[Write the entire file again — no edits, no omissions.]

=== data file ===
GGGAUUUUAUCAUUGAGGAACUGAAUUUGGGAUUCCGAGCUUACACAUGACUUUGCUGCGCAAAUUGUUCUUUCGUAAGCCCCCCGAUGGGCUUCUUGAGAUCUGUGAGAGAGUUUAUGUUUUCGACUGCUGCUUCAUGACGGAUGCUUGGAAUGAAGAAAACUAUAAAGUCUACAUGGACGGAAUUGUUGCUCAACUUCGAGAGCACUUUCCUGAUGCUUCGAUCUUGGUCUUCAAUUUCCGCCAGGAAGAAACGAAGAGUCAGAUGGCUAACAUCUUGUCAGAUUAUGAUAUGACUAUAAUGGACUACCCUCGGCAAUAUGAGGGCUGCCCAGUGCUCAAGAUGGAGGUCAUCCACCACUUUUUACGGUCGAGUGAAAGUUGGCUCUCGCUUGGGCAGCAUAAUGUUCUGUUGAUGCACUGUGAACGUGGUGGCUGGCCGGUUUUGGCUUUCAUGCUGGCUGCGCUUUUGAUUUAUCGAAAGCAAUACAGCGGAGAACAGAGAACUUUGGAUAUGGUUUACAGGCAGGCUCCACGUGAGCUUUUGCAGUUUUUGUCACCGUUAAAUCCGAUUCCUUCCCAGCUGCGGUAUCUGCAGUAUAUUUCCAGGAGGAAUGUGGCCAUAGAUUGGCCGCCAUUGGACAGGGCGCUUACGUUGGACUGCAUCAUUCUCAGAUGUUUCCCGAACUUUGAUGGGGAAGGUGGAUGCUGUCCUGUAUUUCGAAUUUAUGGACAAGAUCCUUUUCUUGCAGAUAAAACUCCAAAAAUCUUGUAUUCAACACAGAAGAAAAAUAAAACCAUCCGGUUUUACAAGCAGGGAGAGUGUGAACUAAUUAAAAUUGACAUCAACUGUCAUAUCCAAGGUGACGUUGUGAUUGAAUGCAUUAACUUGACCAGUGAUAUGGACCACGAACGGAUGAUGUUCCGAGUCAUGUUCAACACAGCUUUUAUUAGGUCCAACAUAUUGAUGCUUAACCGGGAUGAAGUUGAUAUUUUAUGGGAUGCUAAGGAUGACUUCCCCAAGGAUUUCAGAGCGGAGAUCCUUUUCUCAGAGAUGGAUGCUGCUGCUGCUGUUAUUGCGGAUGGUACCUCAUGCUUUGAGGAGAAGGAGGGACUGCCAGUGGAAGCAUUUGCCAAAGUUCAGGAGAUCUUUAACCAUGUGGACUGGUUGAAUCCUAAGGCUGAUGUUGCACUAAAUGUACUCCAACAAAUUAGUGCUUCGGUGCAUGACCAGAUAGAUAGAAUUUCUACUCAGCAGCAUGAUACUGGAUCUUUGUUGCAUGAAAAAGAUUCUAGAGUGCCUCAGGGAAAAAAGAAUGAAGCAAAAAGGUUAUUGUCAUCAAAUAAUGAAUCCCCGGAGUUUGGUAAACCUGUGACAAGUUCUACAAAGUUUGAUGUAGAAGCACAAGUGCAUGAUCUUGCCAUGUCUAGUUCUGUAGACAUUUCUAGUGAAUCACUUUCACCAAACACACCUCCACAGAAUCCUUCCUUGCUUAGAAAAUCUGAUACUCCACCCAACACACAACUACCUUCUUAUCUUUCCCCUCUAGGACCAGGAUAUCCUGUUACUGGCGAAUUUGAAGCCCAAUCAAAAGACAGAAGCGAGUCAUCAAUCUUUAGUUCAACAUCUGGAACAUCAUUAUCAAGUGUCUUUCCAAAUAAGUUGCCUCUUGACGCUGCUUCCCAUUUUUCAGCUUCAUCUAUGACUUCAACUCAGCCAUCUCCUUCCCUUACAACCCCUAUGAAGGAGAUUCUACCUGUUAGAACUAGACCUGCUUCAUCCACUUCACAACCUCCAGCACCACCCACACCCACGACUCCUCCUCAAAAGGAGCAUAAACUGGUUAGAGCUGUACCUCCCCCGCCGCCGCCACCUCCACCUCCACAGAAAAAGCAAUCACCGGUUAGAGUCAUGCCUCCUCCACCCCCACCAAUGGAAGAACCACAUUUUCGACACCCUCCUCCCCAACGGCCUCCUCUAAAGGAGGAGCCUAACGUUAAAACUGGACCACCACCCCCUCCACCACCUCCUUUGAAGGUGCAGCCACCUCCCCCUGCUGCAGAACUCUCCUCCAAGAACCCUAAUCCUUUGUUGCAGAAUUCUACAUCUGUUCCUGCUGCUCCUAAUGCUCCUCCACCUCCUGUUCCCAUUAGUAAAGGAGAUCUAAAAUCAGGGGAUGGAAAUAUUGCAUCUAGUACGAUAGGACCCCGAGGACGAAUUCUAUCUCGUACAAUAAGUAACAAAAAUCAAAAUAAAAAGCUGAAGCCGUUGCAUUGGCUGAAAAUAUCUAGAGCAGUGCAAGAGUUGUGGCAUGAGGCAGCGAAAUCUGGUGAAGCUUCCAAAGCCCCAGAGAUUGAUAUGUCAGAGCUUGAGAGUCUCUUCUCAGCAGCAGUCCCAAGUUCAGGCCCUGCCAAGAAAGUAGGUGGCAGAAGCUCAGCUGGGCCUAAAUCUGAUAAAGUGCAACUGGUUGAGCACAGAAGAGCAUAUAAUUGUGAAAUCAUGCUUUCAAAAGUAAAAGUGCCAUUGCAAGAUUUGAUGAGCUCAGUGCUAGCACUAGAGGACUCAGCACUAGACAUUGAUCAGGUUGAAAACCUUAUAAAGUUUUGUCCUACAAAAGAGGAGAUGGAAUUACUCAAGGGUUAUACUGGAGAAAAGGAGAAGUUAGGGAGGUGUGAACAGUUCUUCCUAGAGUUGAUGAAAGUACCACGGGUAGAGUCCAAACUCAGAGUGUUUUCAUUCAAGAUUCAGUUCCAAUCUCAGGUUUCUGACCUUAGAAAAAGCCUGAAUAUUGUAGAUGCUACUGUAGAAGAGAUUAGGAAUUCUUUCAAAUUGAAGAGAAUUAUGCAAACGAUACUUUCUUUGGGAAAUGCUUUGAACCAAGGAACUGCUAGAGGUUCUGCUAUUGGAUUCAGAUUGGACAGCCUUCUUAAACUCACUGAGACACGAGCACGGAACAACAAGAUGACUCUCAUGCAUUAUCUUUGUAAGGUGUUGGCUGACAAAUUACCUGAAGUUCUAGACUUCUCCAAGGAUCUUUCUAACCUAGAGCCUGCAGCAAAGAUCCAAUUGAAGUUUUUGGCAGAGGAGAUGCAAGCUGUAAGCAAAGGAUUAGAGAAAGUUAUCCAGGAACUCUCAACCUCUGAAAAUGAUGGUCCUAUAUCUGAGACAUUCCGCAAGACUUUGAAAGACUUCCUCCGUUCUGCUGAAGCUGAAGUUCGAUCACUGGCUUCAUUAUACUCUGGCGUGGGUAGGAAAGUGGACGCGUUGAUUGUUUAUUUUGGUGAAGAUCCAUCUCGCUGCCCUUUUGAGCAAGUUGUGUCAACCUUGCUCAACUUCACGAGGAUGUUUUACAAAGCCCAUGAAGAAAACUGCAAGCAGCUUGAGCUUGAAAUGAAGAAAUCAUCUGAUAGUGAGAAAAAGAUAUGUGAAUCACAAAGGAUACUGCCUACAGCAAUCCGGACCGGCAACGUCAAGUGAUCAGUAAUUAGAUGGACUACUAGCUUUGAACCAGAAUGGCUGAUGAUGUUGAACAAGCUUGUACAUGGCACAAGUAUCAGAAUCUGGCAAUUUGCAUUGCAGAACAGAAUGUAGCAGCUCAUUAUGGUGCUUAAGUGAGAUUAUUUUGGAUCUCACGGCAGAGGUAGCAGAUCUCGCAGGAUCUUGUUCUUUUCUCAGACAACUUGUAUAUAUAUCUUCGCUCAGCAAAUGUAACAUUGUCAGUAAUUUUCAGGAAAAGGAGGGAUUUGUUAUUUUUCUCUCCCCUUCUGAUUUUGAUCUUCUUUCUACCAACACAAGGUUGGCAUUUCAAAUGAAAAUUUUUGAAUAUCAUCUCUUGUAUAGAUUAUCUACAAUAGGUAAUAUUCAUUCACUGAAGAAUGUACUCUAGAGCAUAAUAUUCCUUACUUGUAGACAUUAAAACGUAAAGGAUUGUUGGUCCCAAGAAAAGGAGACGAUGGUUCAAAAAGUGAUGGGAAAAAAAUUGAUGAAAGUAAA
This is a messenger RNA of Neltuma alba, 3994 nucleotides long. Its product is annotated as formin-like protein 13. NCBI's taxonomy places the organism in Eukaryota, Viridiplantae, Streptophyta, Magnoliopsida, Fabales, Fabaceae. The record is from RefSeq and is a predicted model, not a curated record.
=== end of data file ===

GGGAUUUUAUCAUUGAGGAACUGAAUUUGGGAUUCCGAGCUUACACAUGACUUUGCUGCGCAAAUUGUUCUUUCGUAAGCCCCCCGAUGGGCUUCUUGAGAUCUGUGAGAGAGUUUAUGUUUUCGACUGCUGCUUCAUGACGGAUGCUUGGAAUGAAGAAAACUAUAAAGUCUACAUGGACGGAAUUGUUGCUCAACUUCGAGAGCACUUUCCUGAUGCUUCGAUCUUGGUCUUCAAUUUCCGCCAGGAAGAAACGAAGAGUCAGAUGGCUAACAUCUUGUCAGAUUAUGAUAUGACUAUAAUGGACUACCCUCGGCAAUAUGAGGGCUGCCCAGUGCUCAAGAUGGAGGUCAUCCACCACUUUUUACGGUCGAGUGAAAGUUGGCUCUCGCUUGGGCAGCAUAAUGUUCUGUUGAUGCACUGUGAACGUGGUGGCUGGCCGGUUUUGGCUUUCAUGCUGGCUGCGCUUUUGAUUUAUCGAAAGCAAUACAGCGGAGAACAGAGAACUUUGGAUAUGGUUUACAGGCAGGCUCCACGUGAGCUUUUGCAGUUUUUGUCACCGUUAAAUCCGAUUCCUUCCCAGCUGCGGUAUCUGCAGUAUAUUUCCAGGAGGAAUGUGGCCAUAGAUUGGCCGCCAUUGGACAGGGCGCUUACGUUGGACUGCAUCAUUCUCAGAUGUUUCCCGAACUUUGAUGGGGAAGGUGGAUGCUGUCCUGUAUUUCGAAUUUAUGGACAAGAUCCUUUUCUUGCAGAUAAAACUCCAAAAAUCUUGUAUUCAACACAGAAGAAAAAUAAAACCAUCCGGUUUUACAAGCAGGGAGAGUGUGAACUAAUUAAAAUUGACAUCAACUGUCAUAUCCAAGGUGACGUUGUGAUUGAAUGCAUUAACUUGACCAGUGAUAUGGACCACGAACGGAUGAUGUUCCGAGUCAUGUUCAACACAGCUUUUAUUAGGUCCAACAUAUUGAUGCUUAACCGGGAUGAAGUUGAUAUUUUAUGGGAUGCUAAGGAUGACUUCCCCAAGGAUUUCAGAGCGGAGAUCCUUUUCUCAGAGAUGGAUGCUGCUGCUGCUGUUAUUGCGGAUGGUACCUCAUGCUUUGAGGAGAAGGAGGGACUGCCAGUGGAAGCAUUUGCCAAAGUUCAGGAGAUCUUUAACCAUGUGGACUGGUUGAAUCCUAAGGCUGAUGUUGCACUAAAUGUACUCCAACAAAUUAGUGCUUCGGUGCAUGACCAGAUAGAUAGAAUUUCUACUCAGCAGCAUGAUACUGGAUCUUUGUUGCAUGAAAAAGAUUCUAGAGUGCCUCAGGGAAAAAAGAAUGAAGCAAAAAGGUUAUUGUCAUCAAAUAAUGAAUCCCCGGAGUUUGGUAAACCUGUGACAAGUUCUACAAAGUUUGAUGUAGAAGCACAAGUGCAUGAUCUUGCCAUGUCUAGUUCUGUAGACAUUUCUAGUGAAUCACUUUCACCAAACACACCUCCACAGAAUCCUUCCUUGCUUAGAAAAUCUGAUACUCCACCCAACACACAACUACCUUCUUAUCUUUCCCCUCUAGGACCAGGAUAUCCUGUUACUGGCGAAUUUGAAGCCCAAUCAAAAGACAGAAGCGAGUCAUCAAUCUUUAGUUCAACAUCUGGAACAUCAUUAUCAAGUGUCUUUCCAAAUAAGUUGCCUCUUGACGCUGCUUCCCAUUUUUCAGCUUCAUCUAUGACUUCAACUCAGCCAUCUCCUUCCCUUACAACCCCUAUGAAGGAGAUUCUACCUGUUAGAACUAGACCUGCUUCAUCCACUUCACAACCUCCAGCACCACCCACACCCACGACUCCUCCUCAAAAGGAGCAUAAACUGGUUAGAGCUGUACCUCCCCCGCCGCCGCCACCUCCACCUCCACAGAAAAAGCAAUCACCGGUUAGAGUCAUGCCUCCUCCACCCCCACCAAUGGAAGAACCACAUUUUCGACACCCUCCUCCCCAACGGCCUCCUCUAAAGGAGGAGCCUAACGUUAAAACUGGACCACCACCCCCUCCACCACCUCCUUUGAAGGUGCAGCCACCUCCCCCUGCUGCAGAACUCUCCUCCAAGAACCCUAAUCCUUUGUUGCAGAAUUCUACAUCUGUUCCUGCUGCUCCUAAUGCUCCUCCACCUCCUGUUCCCAUUAGUAAAGGAGAUCUAAAAUCAGGGGAUGGAAAUAUUGCAUCUAGUACGAUAGGACCCCGAGGACGAAUUCUAUCUCGUACAAUAAGUAACAAAAAUCAAAAUAAAAAGCUGAAGCCGUUGCAUUGGCUGAAAAUAUCUAGAGCAGUGCAAGAGUUGUGGCAUGAGGCAGCGAAAUCUGGUGAAGCUUCCAAAGCCCCAGAGAUUGAUAUGUCAGAGCUUGAGAGUCUCUUCUCAGCAGCAGUCCCAAGUUCAGGCCCUGCCAAGAAAGUAGGUGGCAGAAGCUCAGCUGGGCCUAAAUCUGAUAAAGUGCAACUGGUUGAGCACAGAAGAGCAUAUAAUUGUGAAAUCAUGCUUUCAAAAGUAAAAGUGCCAUUGCAAGAUUUGAUGAGCUCAGUGCUAGCACUAGAGGACUCAGCACUAGACAUUGAUCAGGUUGAAAACCUUAUAAAGUUUUGUCCUACAAAAGAGGAGAUGGAAUUACUCAAGGGUUAUACUGGAGAAAAGGAGAAGUUAGGGAGGUGUGAACAGUUCUUCCUAGAGUUGAUGAAAGUACCACGGGUAGAGUCCAAACUCAGAGUGUUUUCAUUCAAGAUUCAGUUCCAAUCUCAGGUUUCUGACCUUAGAAAAAGCCUGAAUAUUGUAGAUGCUACUGUAGAAGAGAUUAGGAAUUCUUUCAAAUUGAAGAGAAUUAUGCAAACGAUACUUUCUUUGGGAAAUGCUUUGAACCAAGGAACUGCUAGAGGUUCUGCUAUUGGAUUCAGAUUGGACAGCCUUCUUAAACUCACUGAGACACGAGCACGGAACAACAAGAUGACUCUCAUGCAUUAUCUUUGUAAGGUGUUGGCUGACAAAUUACCUGAAGUUCUAGACUUCUCCAAGGAUCUUUCUAACCUAGAGCCUGCAGCAAAGAUCCAAUUGAAGUUUUUGGCAGAGGAGAUGCAAGCUGUAAGCAAAGGAUUAGAGAAAGUUAUCCAGGAACUCUCAACCUCUGAAAAUGAUGGUCCUAUAUCUGAGACAUUCCGCAAGACUUUGAAAGACUUCCUCCGUUCUGCUGAAGCUGAAGUUCGAUCACUGGCUUCAUUAUACUCUGGCGUGGGUAGGAAAGUGGACGCGUUGAUUGUUUAUUUUGGUGAAGAUCCAUCUCGCUGCCCUUUUGAGCAAGUUGUGUCAACCUUGCUCAACUUCACGAGGAUGUUUUACAAAGCCCAUGAAGAAAACUGCAAGCAGCUUGAGCUUGAAAUGAAGAAAUCAUCUGAUAGUGAGAAAAAGAUAUGUGAAUCACAAAGGAUACUGCCUACAGCAAUCCGGACCGGCAACGUCAAGUGAUCAGUAAUUAGAUGGACUACUAGCUUUGAACCAGAAUGGCUGAUGAUGUUGAACAAGCUUGUACAUGGCACAAGUAUCAGAAUCUGGCAAUUUGCAUUGCAGAACAGAAUGUAGCAGCUCAUUAUGGUGCUUAAGUGAGAUUAUUUUGGAUCUCACGGCAGAGGUAGCAGAUCUCGCAGGAUCUUGUUCUUUUCUCAGACAACUUGUAUAUAUAUCUUCGCUCAGCAAAUGUAACAUUGUCAGUAAUUUUCAGGAAAAGGAGGGAUUUGUUAUUUUUCUCUCCCCUUCUGAUUUUGAUCUUCUUUCUACCAACACAAGGUUGGCAUUUCAAAUGAAAAUUUUUGAAUAUCAUCUCUUGUAUAGAUUAUCUACAAUAGGUAAUAUUCAUUCACUGAAGAAUGUACUCUAGAGCAUAAUAUUCCUUACUUGUAGACAUUAAAACGUAAAGGAUUGUUGGUCCCAAGAAAAGGAGACGAUGGUUCAAAAAGUGAUGGGAAAAAAAUUGAUGAAAGUAAA
This is a messenger RNA of Neltuma alba, 3994 nucleotides long. Its product is annotated as formin-like protein 13. NCBI's taxonomy places the organism in Eukaryota, Viridiplantae, Streptophyta, Magnoliopsida, Fabales, Fabaceae. The record is from RefSeq and is a predicted model, not a curated record.